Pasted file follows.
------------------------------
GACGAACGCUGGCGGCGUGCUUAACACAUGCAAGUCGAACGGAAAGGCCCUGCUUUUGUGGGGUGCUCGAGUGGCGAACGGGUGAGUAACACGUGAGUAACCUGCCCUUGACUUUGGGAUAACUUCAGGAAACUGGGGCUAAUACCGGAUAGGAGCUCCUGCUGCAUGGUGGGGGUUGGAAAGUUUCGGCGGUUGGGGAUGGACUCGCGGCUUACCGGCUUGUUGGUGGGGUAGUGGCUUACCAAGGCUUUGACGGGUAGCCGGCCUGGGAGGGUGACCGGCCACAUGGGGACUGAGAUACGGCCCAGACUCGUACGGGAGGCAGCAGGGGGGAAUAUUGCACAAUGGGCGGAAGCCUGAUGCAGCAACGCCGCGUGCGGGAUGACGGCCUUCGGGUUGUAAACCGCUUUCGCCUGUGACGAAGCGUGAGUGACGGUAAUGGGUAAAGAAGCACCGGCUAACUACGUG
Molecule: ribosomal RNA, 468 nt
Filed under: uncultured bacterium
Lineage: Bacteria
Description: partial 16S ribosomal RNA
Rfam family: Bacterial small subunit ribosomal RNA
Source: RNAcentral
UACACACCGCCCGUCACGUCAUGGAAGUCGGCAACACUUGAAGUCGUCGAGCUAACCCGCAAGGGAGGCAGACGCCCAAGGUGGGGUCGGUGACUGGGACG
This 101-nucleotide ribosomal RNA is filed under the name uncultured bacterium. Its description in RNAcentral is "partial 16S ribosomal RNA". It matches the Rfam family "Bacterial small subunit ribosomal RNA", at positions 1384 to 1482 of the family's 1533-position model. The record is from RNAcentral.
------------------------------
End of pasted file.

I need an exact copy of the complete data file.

GACGAACGCUGGCGGCGUGCUUAACACAUGCAAGUCGAACGGAAAGGCCCUGCUUUUGUGGGGUGCUCGAGUGGCGAACGGGUGAGUAACACGUGAGUAACCUGCCCUUGACUUUGGGAUAACUUCAGGAAACUGGGGCUAAUACCGGAUAGGAGCUCCUGCUGCAUGGUGGGGGUUGGAAAGUUUCGGCGGUUGGGGAUGGACUCGCGGCUUACCGGCUUGUUGGUGGGGUAGUGGCUUACCAAGGCUUUGACGGGUAGCCGGCCUGGGAGGGUGACCGGCCACAUGGGGACUGAGAUACGGCCCAGACUCGUACGGGAGGCAGCAGGGGGGAAUAUUGCACAAUGGGCGGAAGCCUGAUGCAGCAACGCCGCGUGCGGGAUGACGGCCUUCGGGUUGUAAACCGCUUUCGCCUGUGACGAAGCGUGAGUGACGGUAAUGGGUAAAGAAGCACCGGCUAACUACGUG
Molecule: ribosomal RNA, 468 nt
Filed under: uncultured bacterium
Lineage: Bacteria
Description: partial 16S ribosomal RNA
Rfam family: Bacterial small subunit ribosomal RNA
Source: RNAcentral
UACACACCGCCCGUCACGUCAUGGAAGUCGGCAACACUUGAAGUCGUCGAGCUAACCCGCAAGGGAGGCAGACGCCCAAGGUGGGGUCGGUGACUGGGACG
This 101-nucleotide ribosomal RNA is filed under the name uncultured bacterium. Its description in RNAcentral is "partial 16S ribosomal RNA". It matches the Rfam family "Bacterial small subunit ribosomal RNA", at positions 1384 to 1482 of the family's 1533-position model. The record is from RNAcentral.